By Rishi Sharma
This year has been quite rough for the airline industry. So, whose fault is it? The airlines, or the passengers?
On 26 March, the first major issue concerning the airline industry started with the banning of two young girls from travelling due to them wearing leggings.The two girls were daughters of a United Airlines employee and were flying on an employee travel pass. Employees of this airline receive a certain amount of miles in which they can fly for free or at a discounted rate. The only request is that the travelers represent the airline by wearing “smart-casual” clothing. This rule is implemented in most commercial airlines, including Dubai’s very own, Emirates.
The employee benefit rule clearly mentions particular clothing items that are prohibited and “spandex pants” are mentioned. However, it can also be argued that the two girls were only children, and they are too young for such a dress code to be applied on them. Many others defend United Airlines as following the dress code is a very small thing to keep in mind in return for free or discounted travel passes.
Another major headline, that only took place this month, is the overbooking of a plane, which resulted in violent action between the airport officials and a passenger. United Airlines had overbooked a flight from Chicago to Louisville, and needed four of their employees to go to Louisville for emergency reasons. To adjust the seating of their four employees, the airlines wanted to get four volunteers who would give up their seat. The gate agents began offering $800 worth of travel vouchers and another plane ticket to their desired destination. However, the gate agents were only able to convince three passengers to accept this offer and had to use a randomizer to choose the last one. David Dao, a 69-year old doctor, was randomly chosen, and requested to deboard the aircraft. However, Dao refused, and remained in his seat firmly. As a result, the cabin crew had to call the Airport Police and have Dao removed off the plane. After Dao consistently refused to leave, the officials began to drag Dao off his seat violently. As a result of this, Dao faced a concussion and a small nose fracture.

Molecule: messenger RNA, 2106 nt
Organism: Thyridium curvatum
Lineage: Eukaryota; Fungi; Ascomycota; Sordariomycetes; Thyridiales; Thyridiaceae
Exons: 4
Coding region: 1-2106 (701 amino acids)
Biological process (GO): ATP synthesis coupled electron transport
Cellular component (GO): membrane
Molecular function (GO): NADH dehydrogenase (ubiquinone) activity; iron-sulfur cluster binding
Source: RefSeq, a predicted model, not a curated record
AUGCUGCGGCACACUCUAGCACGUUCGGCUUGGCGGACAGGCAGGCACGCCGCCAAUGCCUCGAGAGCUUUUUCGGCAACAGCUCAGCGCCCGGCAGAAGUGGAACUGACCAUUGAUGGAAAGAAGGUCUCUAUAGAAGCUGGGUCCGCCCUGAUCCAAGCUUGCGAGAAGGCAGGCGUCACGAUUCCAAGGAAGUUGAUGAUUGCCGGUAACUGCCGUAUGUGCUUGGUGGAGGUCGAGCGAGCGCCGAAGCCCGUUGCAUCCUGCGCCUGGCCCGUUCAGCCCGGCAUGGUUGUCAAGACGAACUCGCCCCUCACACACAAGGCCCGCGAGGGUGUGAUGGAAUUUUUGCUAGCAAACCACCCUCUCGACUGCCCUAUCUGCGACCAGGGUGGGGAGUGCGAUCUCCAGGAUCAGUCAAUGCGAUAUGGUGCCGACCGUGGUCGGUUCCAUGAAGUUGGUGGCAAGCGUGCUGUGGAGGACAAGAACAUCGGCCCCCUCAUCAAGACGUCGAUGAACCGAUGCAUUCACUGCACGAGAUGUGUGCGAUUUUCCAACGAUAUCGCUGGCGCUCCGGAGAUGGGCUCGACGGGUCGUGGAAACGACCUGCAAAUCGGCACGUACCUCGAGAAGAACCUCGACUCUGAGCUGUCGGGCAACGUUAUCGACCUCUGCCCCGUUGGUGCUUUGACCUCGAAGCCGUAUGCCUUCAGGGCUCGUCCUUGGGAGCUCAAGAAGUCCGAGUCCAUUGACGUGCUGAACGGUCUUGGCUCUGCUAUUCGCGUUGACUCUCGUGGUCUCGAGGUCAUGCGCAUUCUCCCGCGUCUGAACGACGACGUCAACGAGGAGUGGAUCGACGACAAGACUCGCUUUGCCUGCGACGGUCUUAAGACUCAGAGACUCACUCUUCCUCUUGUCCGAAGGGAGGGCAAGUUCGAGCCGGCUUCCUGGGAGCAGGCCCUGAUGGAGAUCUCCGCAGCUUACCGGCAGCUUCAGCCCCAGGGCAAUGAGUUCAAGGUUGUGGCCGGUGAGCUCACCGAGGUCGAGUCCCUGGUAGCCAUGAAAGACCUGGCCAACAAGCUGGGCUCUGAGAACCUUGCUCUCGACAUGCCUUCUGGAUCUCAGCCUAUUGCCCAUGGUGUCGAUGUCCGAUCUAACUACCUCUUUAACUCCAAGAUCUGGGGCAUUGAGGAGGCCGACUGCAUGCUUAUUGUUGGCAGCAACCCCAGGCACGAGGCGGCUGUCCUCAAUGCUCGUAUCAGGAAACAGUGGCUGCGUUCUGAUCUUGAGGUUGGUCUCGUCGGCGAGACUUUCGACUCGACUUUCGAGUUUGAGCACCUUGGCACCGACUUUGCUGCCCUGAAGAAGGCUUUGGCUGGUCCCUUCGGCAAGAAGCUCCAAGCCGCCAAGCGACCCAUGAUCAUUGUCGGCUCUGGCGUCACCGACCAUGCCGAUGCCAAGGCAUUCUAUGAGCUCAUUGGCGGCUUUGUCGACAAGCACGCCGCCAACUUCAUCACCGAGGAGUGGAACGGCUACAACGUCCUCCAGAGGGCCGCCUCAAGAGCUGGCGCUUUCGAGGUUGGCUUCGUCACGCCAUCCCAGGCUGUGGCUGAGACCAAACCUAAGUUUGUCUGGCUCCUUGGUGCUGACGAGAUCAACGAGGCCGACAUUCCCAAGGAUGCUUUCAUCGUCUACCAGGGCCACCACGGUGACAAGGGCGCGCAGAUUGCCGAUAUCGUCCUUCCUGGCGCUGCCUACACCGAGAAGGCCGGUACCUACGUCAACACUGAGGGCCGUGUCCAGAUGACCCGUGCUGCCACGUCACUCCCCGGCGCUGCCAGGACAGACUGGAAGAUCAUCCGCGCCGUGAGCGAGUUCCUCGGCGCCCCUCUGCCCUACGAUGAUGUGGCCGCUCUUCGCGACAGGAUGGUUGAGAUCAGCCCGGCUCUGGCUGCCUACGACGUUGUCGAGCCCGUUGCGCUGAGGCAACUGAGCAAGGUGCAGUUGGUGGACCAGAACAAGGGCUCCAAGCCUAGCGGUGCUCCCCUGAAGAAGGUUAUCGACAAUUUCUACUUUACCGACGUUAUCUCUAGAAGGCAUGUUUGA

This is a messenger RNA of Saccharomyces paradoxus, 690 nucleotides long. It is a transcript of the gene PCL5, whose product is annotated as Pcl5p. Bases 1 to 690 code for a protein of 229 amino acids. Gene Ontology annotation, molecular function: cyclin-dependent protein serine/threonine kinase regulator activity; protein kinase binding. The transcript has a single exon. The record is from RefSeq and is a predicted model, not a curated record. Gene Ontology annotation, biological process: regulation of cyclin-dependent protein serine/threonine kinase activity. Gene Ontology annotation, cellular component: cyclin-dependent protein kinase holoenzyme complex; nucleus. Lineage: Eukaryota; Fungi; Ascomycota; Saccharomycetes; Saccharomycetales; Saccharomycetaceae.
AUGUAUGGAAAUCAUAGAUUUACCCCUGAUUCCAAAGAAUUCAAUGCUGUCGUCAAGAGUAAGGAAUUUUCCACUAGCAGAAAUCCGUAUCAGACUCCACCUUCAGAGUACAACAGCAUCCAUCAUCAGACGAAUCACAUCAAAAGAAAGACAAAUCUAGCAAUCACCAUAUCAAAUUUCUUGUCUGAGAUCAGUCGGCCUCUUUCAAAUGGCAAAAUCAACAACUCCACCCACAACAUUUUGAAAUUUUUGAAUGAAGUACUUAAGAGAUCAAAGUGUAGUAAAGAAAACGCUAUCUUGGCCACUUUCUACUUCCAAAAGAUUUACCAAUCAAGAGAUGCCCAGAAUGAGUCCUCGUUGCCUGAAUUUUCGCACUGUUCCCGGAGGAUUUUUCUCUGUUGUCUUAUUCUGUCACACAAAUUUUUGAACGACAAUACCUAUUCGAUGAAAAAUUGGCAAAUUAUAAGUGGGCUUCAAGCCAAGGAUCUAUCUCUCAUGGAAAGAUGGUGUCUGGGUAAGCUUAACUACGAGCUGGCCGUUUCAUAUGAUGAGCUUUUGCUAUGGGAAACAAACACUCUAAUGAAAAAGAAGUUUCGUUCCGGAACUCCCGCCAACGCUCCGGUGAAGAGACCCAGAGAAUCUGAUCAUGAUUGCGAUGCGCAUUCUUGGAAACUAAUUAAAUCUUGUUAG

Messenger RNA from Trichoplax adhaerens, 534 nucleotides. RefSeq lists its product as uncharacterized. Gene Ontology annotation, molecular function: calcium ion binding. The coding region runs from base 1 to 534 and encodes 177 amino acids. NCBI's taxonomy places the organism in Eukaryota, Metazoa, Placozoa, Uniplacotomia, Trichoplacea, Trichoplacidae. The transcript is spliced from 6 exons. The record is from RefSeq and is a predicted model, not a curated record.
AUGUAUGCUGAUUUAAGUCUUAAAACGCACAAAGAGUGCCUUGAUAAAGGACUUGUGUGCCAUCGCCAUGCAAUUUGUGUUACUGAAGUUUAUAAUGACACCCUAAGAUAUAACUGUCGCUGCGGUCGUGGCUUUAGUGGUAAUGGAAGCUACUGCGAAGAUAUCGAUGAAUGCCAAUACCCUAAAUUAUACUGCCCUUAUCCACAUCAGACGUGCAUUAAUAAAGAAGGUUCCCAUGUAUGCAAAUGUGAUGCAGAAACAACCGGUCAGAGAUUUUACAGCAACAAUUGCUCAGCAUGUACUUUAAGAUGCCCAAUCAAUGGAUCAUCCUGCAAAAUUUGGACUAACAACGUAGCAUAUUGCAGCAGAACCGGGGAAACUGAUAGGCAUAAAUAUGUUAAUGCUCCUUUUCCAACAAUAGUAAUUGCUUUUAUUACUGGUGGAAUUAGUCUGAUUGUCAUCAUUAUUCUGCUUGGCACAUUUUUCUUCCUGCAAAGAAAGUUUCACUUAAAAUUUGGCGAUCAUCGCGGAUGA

In cases in which a flight is overbooked, the cabin crew is instructed to contact the airport officials. According to The Star, The Chicago Department of Aviation stated that what the Airport Police Officer had done was not a part of their protocol, and the officer has been suspended for taking violent action against Dao.
Two weeks after this headline, a video was released by a Chinese news agency CGTN, that showed Dao asking the officials to “drag” him off the seats, and stating that he would not move in any condition. Many believe that Dao has no rights to battle on such grounds with an authorised staff, and the fact that he specifically used the word ‘drag’ indirectly could have been seen as a challenge by the staff.
Dao’s lawyers and United have reached a settlement. Dao’s lawyers have chosen not to disclose the terms of the settlement as of yet.
Is it the airline or passengers fault? Let us know what you think in the comments!